Vail Resorts’ Back Bowls ‘entering the future’
VAIL, Colorado – The new Chair 5, which opens at 9 a.m. today, means nearly all of Vail Mountain will now be accessible via high-speed chair lifts. Just a few slower, fixed-grip lifts remain.
Vail Resorts has been planning the new chairlift for nearly a decade. The old lift was installed in 1979, and the popularity of Vail Back Bowl’s meant that people often found themselves in a traffic jam at the bottom of the Sun Up and Sun Down bowls.
Vail Mountain Chief Operating Officer Chris Jarnot said the lift is one of the mountain’s signature chairlifts because it serves the Back Bowls, so the upgrade is significant when talking about the guest experience on Vail Mountain.
“We felt it was time, past time, to make this change and improvement,” Jarnot said. “The experience on a powder day in the Back Bowls truly is a priceless one, and to have that and then get to the bottom and wait in a lift line is not something we wanted.”
The new lift will cut the ride time in half, to six minutes.
There has been debate over whether a faster chair serving the Sun Up and Sun Down bowls would mean the powder back there gets tracked out faster, a concern some powder enthusiasts brought up during public comments to the U.S. Forest Service about the then-proposed project in 2008.
Those in favor said the reality is that crowds form so quickly back there that a faster lift could only help reduce the lines at the lift’s base.
“An upgrade of Chair 5 would be of benefit to skiers,” wrote Kate Cocchiarella to the Forest Service. “While we support preserving the unique experience that is skiing in Vail’s Back Bowls, a faster Chair 5 would help with the extraordinary lines that form at times.”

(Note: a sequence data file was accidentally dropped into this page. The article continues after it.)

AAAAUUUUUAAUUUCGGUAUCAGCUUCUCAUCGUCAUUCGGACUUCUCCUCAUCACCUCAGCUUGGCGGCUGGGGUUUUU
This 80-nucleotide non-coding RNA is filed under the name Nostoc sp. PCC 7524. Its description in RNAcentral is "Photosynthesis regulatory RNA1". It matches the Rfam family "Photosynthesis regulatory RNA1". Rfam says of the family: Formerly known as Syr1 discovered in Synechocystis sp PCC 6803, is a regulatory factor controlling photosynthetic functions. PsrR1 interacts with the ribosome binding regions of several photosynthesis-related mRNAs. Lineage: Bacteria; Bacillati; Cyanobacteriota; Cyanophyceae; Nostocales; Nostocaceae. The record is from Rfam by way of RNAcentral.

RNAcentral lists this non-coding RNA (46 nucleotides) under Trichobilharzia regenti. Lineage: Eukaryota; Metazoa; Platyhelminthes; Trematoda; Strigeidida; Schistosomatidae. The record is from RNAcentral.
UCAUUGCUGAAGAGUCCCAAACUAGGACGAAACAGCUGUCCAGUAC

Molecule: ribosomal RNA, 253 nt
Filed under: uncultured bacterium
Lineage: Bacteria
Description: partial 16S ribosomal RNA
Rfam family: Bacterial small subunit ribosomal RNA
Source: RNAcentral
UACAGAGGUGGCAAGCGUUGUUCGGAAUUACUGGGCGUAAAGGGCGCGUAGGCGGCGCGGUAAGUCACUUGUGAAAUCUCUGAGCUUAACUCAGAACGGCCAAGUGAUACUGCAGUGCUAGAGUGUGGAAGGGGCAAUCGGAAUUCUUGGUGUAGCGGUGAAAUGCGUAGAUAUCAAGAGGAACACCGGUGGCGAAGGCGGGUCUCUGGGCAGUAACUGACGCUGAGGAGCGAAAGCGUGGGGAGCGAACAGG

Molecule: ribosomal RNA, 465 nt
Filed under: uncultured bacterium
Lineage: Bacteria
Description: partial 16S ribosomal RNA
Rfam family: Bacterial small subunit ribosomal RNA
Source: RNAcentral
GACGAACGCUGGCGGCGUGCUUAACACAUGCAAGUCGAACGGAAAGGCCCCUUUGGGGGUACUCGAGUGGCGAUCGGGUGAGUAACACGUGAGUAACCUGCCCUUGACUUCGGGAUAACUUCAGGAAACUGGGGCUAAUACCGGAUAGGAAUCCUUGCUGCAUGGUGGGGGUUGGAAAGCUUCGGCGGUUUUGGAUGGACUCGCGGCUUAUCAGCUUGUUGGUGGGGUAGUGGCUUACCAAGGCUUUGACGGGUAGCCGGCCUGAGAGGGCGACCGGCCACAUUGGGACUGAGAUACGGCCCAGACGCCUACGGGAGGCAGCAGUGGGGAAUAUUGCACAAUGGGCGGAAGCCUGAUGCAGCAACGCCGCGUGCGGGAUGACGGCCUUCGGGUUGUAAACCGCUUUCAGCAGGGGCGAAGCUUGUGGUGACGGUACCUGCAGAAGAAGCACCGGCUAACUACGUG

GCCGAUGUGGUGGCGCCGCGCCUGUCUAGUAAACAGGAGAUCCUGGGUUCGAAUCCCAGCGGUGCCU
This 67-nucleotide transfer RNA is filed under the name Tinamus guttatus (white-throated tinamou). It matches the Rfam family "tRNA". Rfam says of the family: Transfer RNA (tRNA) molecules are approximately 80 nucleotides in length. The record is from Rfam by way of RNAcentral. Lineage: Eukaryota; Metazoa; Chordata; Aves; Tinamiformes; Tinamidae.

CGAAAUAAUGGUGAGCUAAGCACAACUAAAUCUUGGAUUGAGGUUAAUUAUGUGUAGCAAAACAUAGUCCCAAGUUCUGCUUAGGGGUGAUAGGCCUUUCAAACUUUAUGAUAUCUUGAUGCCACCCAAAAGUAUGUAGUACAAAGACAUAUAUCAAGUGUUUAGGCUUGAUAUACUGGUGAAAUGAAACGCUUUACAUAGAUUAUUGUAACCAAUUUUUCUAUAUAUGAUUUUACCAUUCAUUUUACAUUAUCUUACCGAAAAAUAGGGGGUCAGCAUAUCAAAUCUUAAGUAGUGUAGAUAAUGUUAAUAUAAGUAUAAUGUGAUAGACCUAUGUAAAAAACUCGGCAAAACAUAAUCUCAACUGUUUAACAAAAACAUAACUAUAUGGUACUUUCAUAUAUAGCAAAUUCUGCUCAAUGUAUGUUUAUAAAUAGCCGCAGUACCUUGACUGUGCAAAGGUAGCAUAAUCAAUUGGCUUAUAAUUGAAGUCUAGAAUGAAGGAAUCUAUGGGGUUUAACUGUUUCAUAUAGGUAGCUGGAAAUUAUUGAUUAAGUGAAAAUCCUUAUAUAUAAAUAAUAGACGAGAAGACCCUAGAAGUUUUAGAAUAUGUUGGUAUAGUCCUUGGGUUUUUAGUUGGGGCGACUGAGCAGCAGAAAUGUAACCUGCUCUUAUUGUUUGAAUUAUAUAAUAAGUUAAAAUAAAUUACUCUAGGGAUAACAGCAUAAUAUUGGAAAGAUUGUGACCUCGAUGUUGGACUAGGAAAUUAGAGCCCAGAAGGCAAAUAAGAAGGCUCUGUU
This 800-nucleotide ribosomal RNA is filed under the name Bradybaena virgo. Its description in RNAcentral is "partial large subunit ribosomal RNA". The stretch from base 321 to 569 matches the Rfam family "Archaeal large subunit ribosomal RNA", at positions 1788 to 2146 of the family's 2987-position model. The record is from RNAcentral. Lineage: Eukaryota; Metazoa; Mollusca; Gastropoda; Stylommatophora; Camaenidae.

The Forest Service gathered 20 comments supporting the new lift, and 13 opposing it in 2008. The Forest Service approved the new chairlift in December 2008.
Jarnot said Vail Resorts is always looking for ways to upgrade and improve the guest experience, and this project was one of the highest priorities in terms of doing that.
Vail’s Back Bowls are what distinguish the resort from every other resort, Jarnot said, and the history of the Back Bowls dates back to the earliest days in Vail.
Bob Parker, one of Vail’s pioneers, remembers how the Forever run at Vail, which runs right underneath Chair 5, got its name, as he described it in fellow Vail pioneer Pete Seibert’s book, “Vail: Triumph of a Dream.”
Parker said that he and Seibert had been talking to Austrian racer Pepi Gramshammer about coming to Vail from Sun Valley, Idaho, and brought him to the resort to try to make their case. They brought Gramshammer up to the summit and eventually over to the long, open slope on the southwest side.
“The snow was perfect spring corn, so Pepi, Morrie Shepard and Pete launched themselves down the slope in huge sweeping christies,” Parker recalls in the book. “When the tired but elated trio finally trudged up to us, Pepi was ecstatic. ‘By Gott,’ he exclaimed. ‘Dot’s a super slope!’ Then, catching his breath, he admitted, ‘but it takes foreffer to climb out!'”
Jarnot said it’s one of the truly classic stories about Vail’s history, and there are many of them.
Vail Resorts invited Pepi Gramshammer and his wife, Sheika, to take the inaugural ride up the new Chair 5 this morning to honor that history.
“It’s a pretty cool legend,” Jarnot said. “That’s why we chose Pepi – he represents the original past of the Back Bowls, and now we’re entering the future.”
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